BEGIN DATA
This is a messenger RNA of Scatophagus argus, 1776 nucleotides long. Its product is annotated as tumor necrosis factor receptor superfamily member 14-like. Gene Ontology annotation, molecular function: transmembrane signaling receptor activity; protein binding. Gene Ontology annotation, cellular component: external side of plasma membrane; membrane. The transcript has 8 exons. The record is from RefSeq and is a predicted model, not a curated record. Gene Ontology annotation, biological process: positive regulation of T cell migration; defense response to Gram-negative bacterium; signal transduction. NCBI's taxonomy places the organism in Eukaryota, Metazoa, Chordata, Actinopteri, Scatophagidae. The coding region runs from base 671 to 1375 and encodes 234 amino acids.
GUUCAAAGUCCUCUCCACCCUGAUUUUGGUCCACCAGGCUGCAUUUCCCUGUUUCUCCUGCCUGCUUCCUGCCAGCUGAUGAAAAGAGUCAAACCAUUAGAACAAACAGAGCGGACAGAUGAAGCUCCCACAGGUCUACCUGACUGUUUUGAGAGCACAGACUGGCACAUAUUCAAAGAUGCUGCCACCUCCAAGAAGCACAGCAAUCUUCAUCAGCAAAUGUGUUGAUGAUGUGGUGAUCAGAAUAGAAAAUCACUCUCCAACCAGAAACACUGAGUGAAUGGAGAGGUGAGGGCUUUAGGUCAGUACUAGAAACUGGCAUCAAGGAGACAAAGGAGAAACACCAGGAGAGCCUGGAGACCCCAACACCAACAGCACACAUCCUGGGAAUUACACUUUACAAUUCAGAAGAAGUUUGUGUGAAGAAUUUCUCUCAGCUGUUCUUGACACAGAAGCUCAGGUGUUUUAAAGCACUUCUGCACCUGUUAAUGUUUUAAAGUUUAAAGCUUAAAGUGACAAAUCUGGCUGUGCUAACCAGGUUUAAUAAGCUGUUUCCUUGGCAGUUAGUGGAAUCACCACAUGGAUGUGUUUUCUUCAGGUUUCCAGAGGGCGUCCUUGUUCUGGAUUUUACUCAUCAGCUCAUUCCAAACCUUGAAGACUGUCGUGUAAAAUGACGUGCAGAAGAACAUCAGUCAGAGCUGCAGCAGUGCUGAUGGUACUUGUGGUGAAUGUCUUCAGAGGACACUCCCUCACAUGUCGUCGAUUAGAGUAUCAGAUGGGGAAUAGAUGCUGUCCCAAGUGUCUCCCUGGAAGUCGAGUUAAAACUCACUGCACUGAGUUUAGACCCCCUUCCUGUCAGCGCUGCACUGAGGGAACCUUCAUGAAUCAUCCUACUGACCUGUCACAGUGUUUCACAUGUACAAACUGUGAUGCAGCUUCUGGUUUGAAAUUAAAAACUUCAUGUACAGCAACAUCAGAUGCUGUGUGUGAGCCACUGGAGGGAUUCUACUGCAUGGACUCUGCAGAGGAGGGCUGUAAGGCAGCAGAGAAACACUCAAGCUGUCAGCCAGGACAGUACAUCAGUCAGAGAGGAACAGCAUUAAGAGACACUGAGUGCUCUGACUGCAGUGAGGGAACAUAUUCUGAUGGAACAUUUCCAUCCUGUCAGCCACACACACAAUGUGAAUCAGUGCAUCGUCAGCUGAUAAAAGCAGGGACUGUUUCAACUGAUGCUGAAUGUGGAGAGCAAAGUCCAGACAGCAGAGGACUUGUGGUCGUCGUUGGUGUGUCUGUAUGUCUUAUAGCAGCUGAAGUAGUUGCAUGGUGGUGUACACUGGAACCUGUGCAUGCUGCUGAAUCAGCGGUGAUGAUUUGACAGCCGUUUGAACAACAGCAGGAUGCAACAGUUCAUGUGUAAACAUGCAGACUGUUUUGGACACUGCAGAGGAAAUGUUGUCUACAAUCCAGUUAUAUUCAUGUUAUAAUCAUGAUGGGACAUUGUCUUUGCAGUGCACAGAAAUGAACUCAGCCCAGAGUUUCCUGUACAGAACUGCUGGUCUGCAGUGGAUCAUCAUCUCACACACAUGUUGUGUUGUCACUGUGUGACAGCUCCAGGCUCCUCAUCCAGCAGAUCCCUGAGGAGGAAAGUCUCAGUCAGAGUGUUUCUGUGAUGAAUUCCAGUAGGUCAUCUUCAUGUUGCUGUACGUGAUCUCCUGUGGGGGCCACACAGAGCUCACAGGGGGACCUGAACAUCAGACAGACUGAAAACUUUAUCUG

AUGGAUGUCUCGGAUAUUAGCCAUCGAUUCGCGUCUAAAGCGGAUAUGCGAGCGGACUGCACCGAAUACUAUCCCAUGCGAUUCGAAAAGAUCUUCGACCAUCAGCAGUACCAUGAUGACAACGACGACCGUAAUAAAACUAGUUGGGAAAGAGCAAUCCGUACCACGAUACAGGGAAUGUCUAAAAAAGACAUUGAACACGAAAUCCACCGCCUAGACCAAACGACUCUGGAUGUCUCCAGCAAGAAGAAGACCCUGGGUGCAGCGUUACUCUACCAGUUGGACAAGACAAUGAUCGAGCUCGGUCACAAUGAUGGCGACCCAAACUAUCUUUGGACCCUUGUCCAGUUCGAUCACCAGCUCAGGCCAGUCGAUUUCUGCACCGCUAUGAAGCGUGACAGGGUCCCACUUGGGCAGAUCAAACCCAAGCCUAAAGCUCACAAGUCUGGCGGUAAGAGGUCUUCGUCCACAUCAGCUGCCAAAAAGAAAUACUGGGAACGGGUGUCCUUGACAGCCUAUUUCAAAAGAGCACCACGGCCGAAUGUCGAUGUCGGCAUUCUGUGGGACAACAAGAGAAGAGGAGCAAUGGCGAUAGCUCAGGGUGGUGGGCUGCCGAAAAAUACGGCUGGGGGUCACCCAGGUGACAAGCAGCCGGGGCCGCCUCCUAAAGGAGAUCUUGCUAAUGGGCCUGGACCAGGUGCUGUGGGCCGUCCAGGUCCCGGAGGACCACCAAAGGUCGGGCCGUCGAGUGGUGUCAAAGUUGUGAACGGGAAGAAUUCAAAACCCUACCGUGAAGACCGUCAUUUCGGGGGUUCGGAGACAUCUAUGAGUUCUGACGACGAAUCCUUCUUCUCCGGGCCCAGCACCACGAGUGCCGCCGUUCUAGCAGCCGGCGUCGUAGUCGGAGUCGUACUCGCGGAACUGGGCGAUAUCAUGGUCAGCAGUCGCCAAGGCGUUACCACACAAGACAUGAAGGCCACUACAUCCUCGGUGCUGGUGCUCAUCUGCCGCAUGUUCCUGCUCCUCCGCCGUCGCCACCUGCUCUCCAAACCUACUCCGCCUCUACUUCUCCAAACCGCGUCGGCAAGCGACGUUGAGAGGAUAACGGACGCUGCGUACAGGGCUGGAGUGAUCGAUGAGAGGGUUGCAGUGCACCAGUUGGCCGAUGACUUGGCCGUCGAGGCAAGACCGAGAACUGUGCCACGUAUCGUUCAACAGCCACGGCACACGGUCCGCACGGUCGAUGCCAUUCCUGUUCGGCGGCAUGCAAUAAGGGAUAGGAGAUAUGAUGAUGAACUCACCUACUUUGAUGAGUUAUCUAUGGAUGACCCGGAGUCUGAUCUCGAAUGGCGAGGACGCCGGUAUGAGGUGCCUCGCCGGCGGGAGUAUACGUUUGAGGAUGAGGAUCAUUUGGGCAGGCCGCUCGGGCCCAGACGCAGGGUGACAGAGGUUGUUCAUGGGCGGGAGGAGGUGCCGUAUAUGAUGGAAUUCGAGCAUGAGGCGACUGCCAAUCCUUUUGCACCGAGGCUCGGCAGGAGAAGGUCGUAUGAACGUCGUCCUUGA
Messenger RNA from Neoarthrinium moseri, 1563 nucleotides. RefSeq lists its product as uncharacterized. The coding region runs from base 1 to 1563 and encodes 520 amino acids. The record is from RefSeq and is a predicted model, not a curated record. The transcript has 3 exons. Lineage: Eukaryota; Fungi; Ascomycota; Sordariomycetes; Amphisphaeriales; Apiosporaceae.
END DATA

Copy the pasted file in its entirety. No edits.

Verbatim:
This is a messenger RNA of Scatophagus argus, 1776 nucleotides long. Its product is annotated as tumor necrosis factor receptor superfamily member 14-like. Gene Ontology annotation, molecular function: transmembrane signaling receptor activity; protein binding. Gene Ontology annotation, cellular component: external side of plasma membrane; membrane. The transcript has 8 exons. The record is from RefSeq and is a predicted model, not a curated record. Gene Ontology annotation, biological process: positive regulation of T cell migration; defense response to Gram-negative bacterium; signal transduction. NCBI's taxonomy places the organism in Eukaryota, Metazoa, Chordata, Actinopteri, Scatophagidae. The coding region runs from base 671 to 1375 and encodes 234 amino acids.
GUUCAAAGUCCUCUCCACCCUGAUUUUGGUCCACCAGGCUGCAUUUCCCUGUUUCUCCUGCCUGCUUCCUGCCAGCUGAUGAAAAGAGUCAAACCAUUAGAACAAACAGAGCGGACAGAUGAAGCUCCCACAGGUCUACCUGACUGUUUUGAGAGCACAGACUGGCACAUAUUCAAAGAUGCUGCCACCUCCAAGAAGCACAGCAAUCUUCAUCAGCAAAUGUGUUGAUGAUGUGGUGAUCAGAAUAGAAAAUCACUCUCCAACCAGAAACACUGAGUGAAUGGAGAGGUGAGGGCUUUAGGUCAGUACUAGAAACUGGCAUCAAGGAGACAAAGGAGAAACACCAGGAGAGCCUGGAGACCCCAACACCAACAGCACACAUCCUGGGAAUUACACUUUACAAUUCAGAAGAAGUUUGUGUGAAGAAUUUCUCUCAGCUGUUCUUGACACAGAAGCUCAGGUGUUUUAAAGCACUUCUGCACCUGUUAAUGUUUUAAAGUUUAAAGCUUAAAGUGACAAAUCUGGCUGUGCUAACCAGGUUUAAUAAGCUGUUUCCUUGGCAGUUAGUGGAAUCACCACAUGGAUGUGUUUUCUUCAGGUUUCCAGAGGGCGUCCUUGUUCUGGAUUUUACUCAUCAGCUCAUUCCAAACCUUGAAGACUGUCGUGUAAAAUGACGUGCAGAAGAACAUCAGUCAGAGCUGCAGCAGUGCUGAUGGUACUUGUGGUGAAUGUCUUCAGAGGACACUCCCUCACAUGUCGUCGAUUAGAGUAUCAGAUGGGGAAUAGAUGCUGUCCCAAGUGUCUCCCUGGAAGUCGAGUUAAAACUCACUGCACUGAGUUUAGACCCCCUUCCUGUCAGCGCUGCACUGAGGGAACCUUCAUGAAUCAUCCUACUGACCUGUCACAGUGUUUCACAUGUACAAACUGUGAUGCAGCUUCUGGUUUGAAAUUAAAAACUUCAUGUACAGCAACAUCAGAUGCUGUGUGUGAGCCACUGGAGGGAUUCUACUGCAUGGACUCUGCAGAGGAGGGCUGUAAGGCAGCAGAGAAACACUCAAGCUGUCAGCCAGGACAGUACAUCAGUCAGAGAGGAACAGCAUUAAGAGACACUGAGUGCUCUGACUGCAGUGAGGGAACAUAUUCUGAUGGAACAUUUCCAUCCUGUCAGCCACACACACAAUGUGAAUCAGUGCAUCGUCAGCUGAUAAAAGCAGGGACUGUUUCAACUGAUGCUGAAUGUGGAGAGCAAAGUCCAGACAGCAGAGGACUUGUGGUCGUCGUUGGUGUGUCUGUAUGUCUUAUAGCAGCUGAAGUAGUUGCAUGGUGGUGUACACUGGAACCUGUGCAUGCUGCUGAAUCAGCGGUGAUGAUUUGACAGCCGUUUGAACAACAGCAGGAUGCAACAGUUCAUGUGUAAACAUGCAGACUGUUUUGGACACUGCAGAGGAAAUGUUGUCUACAAUCCAGUUAUAUUCAUGUUAUAAUCAUGAUGGGACAUUGUCUUUGCAGUGCACAGAAAUGAACUCAGCCCAGAGUUUCCUGUACAGAACUGCUGGUCUGCAGUGGAUCAUCAUCUCACACACAUGUUGUGUUGUCACUGUGUGACAGCUCCAGGCUCCUCAUCCAGCAGAUCCCUGAGGAGGAAAGUCUCAGUCAGAGUGUUUCUGUGAUGAAUUCCAGUAGGUCAUCUUCAUGUUGCUGUACGUGAUCUCCUGUGGGGGCCACACAGAGCUCACAGGGGGACCUGAACAUCAGACAGACUGAAAACUUUAUCUG

AUGGAUGUCUCGGAUAUUAGCCAUCGAUUCGCGUCUAAAGCGGAUAUGCGAGCGGACUGCACCGAAUACUAUCCCAUGCGAUUCGAAAAGAUCUUCGACCAUCAGCAGUACCAUGAUGACAACGACGACCGUAAUAAAACUAGUUGGGAAAGAGCAAUCCGUACCACGAUACAGGGAAUGUCUAAAAAAGACAUUGAACACGAAAUCCACCGCCUAGACCAAACGACUCUGGAUGUCUCCAGCAAGAAGAAGACCCUGGGUGCAGCGUUACUCUACCAGUUGGACAAGACAAUGAUCGAGCUCGGUCACAAUGAUGGCGACCCAAACUAUCUUUGGACCCUUGUCCAGUUCGAUCACCAGCUCAGGCCAGUCGAUUUCUGCACCGCUAUGAAGCGUGACAGGGUCCCACUUGGGCAGAUCAAACCCAAGCCUAAAGCUCACAAGUCUGGCGGUAAGAGGUCUUCGUCCACAUCAGCUGCCAAAAAGAAAUACUGGGAACGGGUGUCCUUGACAGCCUAUUUCAAAAGAGCACCACGGCCGAAUGUCGAUGUCGGCAUUCUGUGGGACAACAAGAGAAGAGGAGCAAUGGCGAUAGCUCAGGGUGGUGGGCUGCCGAAAAAUACGGCUGGGGGUCACCCAGGUGACAAGCAGCCGGGGCCGCCUCCUAAAGGAGAUCUUGCUAAUGGGCCUGGACCAGGUGCUGUGGGCCGUCCAGGUCCCGGAGGACCACCAAAGGUCGGGCCGUCGAGUGGUGUCAAAGUUGUGAACGGGAAGAAUUCAAAACCCUACCGUGAAGACCGUCAUUUCGGGGGUUCGGAGACAUCUAUGAGUUCUGACGACGAAUCCUUCUUCUCCGGGCCCAGCACCACGAGUGCCGCCGUUCUAGCAGCCGGCGUCGUAGUCGGAGUCGUACUCGCGGAACUGGGCGAUAUCAUGGUCAGCAGUCGCCAAGGCGUUACCACACAAGACAUGAAGGCCACUACAUCCUCGGUGCUGGUGCUCAUCUGCCGCAUGUUCCUGCUCCUCCGCCGUCGCCACCUGCUCUCCAAACCUACUCCGCCUCUACUUCUCCAAACCGCGUCGGCAAGCGACGUUGAGAGGAUAACGGACGCUGCGUACAGGGCUGGAGUGAUCGAUGAGAGGGUUGCAGUGCACCAGUUGGCCGAUGACUUGGCCGUCGAGGCAAGACCGAGAACUGUGCCACGUAUCGUUCAACAGCCACGGCACACGGUCCGCACGGUCGAUGCCAUUCCUGUUCGGCGGCAUGCAAUAAGGGAUAGGAGAUAUGAUGAUGAACUCACCUACUUUGAUGAGUUAUCUAUGGAUGACCCGGAGUCUGAUCUCGAAUGGCGAGGACGCCGGUAUGAGGUGCCUCGCCGGCGGGAGUAUACGUUUGAGGAUGAGGAUCAUUUGGGCAGGCCGCUCGGGCCCAGACGCAGGGUGACAGAGGUUGUUCAUGGGCGGGAGGAGGUGCCGUAUAUGAUGGAAUUCGAGCAUGAGGCGACUGCCAAUCCUUUUGCACCGAGGCUCGGCAGGAGAAGGUCGUAUGAACGUCGUCCUUGA
Messenger RNA from Neoarthrinium moseri, 1563 nucleotides. RefSeq lists its product as uncharacterized. The coding region runs from base 1 to 1563 and encodes 520 amino acids. The record is from RefSeq and is a predicted model, not a curated record. The transcript has 3 exons. Lineage: Eukaryota; Fungi; Ascomycota; Sordariomycetes; Amphisphaeriales; Apiosporaceae.